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Archive for May, 2009

When you were young, did you ever play on a teeter totter with a friend?  Ever have one of those moments when you were smiling gleefully with your end as high as it would go and have your friend, or a sibling, jump off the lower end sending you crashing to the ground?  Some kind of injury or trauma was almost inevitable — along with a strong desire to get that friend back on the seesaw so you could seek revenge!

This is a great metaphor for the balancing act parents do.  What may have once felt like harmony in your household can easily teeter out of control when the blessing of a child enters in.  All of a sudden, the best laid plans can disintigrate because a child falls ill, has a report due in school, is being bullied, or just simply wakes up on the wrong side of the bed.  You feel your end of the teeter totter rising as unpredictability sits taunting you precariously on the lower side.

Balancing life as a parent can certainly seem challenging. .  all right, it’s downright difficult.  But it’s not impossible.  Creating balance in your life is even more important as a parent because you are teaching your child(ren) how to live– be it in balance, chaos or paralyzed.  And just like that 4 foot crash on the playground, if balance is not maintained in the household, trauma, injury, or other seemingly bad things tend to occur to force everyone back into balance.

The child who is stressed out at school and not finding any down time will ultimately get sick forcing them to rest.  The child getting perpetually bullied, will eventually take charge, but it will be out of balance and result in some time of punishment.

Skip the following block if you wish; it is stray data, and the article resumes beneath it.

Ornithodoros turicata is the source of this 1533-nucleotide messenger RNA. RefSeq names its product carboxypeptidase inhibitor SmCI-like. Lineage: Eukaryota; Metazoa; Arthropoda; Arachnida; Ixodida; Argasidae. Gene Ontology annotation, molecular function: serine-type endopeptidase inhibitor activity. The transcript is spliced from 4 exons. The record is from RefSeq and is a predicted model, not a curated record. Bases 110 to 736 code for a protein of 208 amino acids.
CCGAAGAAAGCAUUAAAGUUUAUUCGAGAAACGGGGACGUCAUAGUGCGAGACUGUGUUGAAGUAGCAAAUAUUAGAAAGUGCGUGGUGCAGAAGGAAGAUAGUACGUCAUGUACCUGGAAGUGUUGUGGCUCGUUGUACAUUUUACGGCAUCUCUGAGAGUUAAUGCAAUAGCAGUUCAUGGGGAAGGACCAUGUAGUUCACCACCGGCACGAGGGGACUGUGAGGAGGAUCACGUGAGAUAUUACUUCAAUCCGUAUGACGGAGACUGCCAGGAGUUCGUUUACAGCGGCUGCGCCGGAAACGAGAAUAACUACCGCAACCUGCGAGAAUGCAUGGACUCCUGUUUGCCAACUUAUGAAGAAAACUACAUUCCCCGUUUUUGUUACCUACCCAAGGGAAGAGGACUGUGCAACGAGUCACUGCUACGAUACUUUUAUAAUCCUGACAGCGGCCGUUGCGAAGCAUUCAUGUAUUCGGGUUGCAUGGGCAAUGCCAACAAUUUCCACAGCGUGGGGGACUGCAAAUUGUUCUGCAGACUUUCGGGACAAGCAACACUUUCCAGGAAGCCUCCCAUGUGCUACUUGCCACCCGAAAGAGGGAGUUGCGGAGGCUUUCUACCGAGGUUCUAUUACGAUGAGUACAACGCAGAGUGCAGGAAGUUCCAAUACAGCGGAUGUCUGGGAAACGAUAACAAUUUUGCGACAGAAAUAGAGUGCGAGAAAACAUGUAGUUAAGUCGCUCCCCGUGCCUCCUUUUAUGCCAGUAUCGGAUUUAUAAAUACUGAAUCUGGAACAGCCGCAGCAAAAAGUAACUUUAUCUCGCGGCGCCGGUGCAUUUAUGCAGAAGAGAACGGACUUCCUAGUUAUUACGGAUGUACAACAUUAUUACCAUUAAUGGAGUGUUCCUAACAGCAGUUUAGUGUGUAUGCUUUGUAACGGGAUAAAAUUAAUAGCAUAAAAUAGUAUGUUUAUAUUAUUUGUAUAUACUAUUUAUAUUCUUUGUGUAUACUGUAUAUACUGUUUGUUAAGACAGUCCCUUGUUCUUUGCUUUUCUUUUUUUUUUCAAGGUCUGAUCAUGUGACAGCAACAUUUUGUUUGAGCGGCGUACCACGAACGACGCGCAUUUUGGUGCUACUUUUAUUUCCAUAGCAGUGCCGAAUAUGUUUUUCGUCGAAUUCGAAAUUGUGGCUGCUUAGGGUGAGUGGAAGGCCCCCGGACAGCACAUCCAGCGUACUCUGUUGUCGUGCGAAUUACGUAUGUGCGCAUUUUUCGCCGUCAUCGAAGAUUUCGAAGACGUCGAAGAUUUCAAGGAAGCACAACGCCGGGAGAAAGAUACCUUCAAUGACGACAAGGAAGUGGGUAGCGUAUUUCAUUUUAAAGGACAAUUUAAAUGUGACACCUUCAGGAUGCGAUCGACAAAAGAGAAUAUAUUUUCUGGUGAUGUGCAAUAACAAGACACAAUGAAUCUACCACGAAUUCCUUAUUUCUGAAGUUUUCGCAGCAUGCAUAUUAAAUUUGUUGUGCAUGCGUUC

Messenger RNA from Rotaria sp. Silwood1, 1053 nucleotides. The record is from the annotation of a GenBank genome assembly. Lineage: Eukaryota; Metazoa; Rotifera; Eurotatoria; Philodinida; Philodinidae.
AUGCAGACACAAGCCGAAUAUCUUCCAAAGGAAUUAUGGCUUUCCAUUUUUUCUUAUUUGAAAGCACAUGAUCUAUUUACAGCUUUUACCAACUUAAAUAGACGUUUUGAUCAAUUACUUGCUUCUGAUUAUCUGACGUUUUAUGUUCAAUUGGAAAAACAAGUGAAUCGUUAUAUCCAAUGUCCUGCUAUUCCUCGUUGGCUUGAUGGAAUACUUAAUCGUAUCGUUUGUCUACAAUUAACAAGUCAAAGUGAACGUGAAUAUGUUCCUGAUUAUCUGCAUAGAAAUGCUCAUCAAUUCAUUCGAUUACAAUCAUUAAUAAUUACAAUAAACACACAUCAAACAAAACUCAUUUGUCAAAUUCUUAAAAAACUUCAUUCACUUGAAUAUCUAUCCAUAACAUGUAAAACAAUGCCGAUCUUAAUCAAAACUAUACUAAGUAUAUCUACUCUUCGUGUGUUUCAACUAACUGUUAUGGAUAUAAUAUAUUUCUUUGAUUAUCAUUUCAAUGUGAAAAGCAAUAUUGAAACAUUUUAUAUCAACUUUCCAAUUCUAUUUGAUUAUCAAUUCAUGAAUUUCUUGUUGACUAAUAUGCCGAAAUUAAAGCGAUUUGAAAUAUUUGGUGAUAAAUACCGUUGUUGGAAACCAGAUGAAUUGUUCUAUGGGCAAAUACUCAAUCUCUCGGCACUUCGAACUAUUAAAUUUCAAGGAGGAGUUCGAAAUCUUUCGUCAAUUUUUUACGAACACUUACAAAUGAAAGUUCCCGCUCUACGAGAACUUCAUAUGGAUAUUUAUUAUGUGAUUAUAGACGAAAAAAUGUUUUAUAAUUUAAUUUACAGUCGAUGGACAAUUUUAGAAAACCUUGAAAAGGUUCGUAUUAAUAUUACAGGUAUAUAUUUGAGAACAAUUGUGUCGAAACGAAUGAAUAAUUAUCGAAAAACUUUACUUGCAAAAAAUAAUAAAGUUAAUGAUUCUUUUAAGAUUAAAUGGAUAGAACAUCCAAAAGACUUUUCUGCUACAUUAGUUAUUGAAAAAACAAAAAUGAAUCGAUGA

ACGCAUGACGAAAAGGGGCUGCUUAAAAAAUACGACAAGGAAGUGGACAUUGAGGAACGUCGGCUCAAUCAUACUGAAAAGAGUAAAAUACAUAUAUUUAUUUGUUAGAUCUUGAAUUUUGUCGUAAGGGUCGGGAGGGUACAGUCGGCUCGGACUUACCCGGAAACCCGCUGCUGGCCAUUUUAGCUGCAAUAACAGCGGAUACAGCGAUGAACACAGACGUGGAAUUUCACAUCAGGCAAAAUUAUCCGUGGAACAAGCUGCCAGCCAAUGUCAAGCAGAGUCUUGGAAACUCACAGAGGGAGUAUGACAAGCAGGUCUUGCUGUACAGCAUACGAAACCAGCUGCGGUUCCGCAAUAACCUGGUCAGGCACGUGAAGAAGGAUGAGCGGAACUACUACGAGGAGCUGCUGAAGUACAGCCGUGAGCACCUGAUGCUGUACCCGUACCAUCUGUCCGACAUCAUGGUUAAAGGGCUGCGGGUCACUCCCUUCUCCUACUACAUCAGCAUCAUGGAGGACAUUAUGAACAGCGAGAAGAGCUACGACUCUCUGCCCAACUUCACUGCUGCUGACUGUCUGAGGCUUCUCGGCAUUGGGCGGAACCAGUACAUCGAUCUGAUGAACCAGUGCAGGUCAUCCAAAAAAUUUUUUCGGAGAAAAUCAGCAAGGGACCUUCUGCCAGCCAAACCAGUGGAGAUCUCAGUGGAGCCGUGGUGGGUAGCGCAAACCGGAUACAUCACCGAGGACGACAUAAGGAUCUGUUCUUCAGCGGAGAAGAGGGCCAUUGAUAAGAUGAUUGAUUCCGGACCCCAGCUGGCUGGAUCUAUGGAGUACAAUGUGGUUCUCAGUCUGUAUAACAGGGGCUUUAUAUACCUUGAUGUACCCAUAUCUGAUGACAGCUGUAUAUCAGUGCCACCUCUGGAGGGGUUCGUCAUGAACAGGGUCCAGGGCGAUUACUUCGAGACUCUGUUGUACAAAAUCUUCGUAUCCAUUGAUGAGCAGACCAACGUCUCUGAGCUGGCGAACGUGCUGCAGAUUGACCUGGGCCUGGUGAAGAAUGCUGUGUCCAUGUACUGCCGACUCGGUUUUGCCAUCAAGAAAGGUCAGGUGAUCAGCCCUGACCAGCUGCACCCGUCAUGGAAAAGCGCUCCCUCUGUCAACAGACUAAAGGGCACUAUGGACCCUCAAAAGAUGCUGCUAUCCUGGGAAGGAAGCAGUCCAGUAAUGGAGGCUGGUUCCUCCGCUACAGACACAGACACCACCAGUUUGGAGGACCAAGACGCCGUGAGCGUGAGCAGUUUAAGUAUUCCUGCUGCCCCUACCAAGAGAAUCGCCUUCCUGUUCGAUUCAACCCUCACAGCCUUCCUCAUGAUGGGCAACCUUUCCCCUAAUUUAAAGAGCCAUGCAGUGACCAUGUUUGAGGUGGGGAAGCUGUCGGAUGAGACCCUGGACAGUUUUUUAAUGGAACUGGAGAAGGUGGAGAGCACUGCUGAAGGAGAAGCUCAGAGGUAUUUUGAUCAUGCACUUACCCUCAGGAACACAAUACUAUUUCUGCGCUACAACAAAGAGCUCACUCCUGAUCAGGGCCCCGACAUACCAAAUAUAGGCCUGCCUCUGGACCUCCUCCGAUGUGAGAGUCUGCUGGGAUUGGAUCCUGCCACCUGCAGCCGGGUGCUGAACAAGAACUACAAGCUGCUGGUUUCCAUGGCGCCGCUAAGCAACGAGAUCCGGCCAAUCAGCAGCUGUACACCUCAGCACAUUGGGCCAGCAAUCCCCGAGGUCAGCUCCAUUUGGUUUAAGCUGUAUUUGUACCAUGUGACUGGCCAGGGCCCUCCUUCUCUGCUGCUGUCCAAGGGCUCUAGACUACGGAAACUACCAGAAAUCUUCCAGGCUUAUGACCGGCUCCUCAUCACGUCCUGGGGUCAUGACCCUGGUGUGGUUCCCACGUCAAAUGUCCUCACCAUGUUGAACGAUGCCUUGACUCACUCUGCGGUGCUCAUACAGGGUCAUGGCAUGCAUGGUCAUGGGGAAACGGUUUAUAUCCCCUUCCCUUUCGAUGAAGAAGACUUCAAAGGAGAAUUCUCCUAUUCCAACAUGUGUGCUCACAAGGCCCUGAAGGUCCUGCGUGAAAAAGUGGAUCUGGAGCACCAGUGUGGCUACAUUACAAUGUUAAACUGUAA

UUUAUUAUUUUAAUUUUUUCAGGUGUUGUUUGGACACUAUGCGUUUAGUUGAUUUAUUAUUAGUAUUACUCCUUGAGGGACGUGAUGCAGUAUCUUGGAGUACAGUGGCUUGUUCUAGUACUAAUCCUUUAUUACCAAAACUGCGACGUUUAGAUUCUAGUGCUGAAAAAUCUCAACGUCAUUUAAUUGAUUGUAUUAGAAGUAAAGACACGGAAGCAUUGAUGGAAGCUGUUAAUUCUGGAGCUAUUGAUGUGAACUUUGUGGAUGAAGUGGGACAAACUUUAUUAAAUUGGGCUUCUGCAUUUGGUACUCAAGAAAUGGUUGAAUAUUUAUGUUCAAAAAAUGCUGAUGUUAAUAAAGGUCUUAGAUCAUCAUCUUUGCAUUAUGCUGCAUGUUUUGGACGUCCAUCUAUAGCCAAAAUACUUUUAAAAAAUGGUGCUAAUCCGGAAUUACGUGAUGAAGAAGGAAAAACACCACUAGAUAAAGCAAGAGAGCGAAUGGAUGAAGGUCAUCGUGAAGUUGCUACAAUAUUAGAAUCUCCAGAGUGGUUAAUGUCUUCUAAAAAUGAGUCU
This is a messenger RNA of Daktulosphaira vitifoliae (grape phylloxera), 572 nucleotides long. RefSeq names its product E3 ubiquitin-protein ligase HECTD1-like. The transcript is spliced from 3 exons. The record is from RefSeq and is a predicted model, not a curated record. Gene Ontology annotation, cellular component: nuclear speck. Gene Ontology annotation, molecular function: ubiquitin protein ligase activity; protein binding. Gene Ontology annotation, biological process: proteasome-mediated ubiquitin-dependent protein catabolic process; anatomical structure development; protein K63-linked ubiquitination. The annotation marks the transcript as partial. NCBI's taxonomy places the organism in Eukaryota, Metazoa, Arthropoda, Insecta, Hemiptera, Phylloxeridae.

Here’s the thing. . . balance doesn’t mean equal.  Just like the teeter totter, the most fun was achieved when the players worked in tandem going up and down, traveling slightly above and slightly below the point of balance.  As the parent or caregiver you do not need to ensure that for every hour your child is in school you spend an equal number of hours hugging him or her.  Balance does entail checking in with your heart and only accepting those responsibilities that bring you joy.  Yes, as adults and parents we do have obligations. But if you are honest, most of the basic obligations (clothe, feed, educate and love yourself and your child) bring you joy.  It’s just sometimes hard to see that joy when your plate is filled with choices you’ve made that make you feel overwhelmed.   As you engage in this behavior of joyful and balanced living, so too will your children.

Tips for Living in Balance:

1.  Look at all your obligations.  Which ones no longer make you feel happy or joyous?

2.  Resign from committees, clubs, social organizations, PTA or any other group that no longer serves your heart.  It may seem daunting, but consider that if you are grudgingly taking up space, then someone who would be joyful doing it cannot step in.  No one is irreplaceable.

3.  Are there things you enjoy doing but have set them aside as prizes for other accomplishments?  ie.  I’ll take that vacation when I lose 20 pounds.  Check your motivation and recognize that you are depriving yourself which is as out of balance as overwhelming yourself.

4.  Start and end everyday with a smile.

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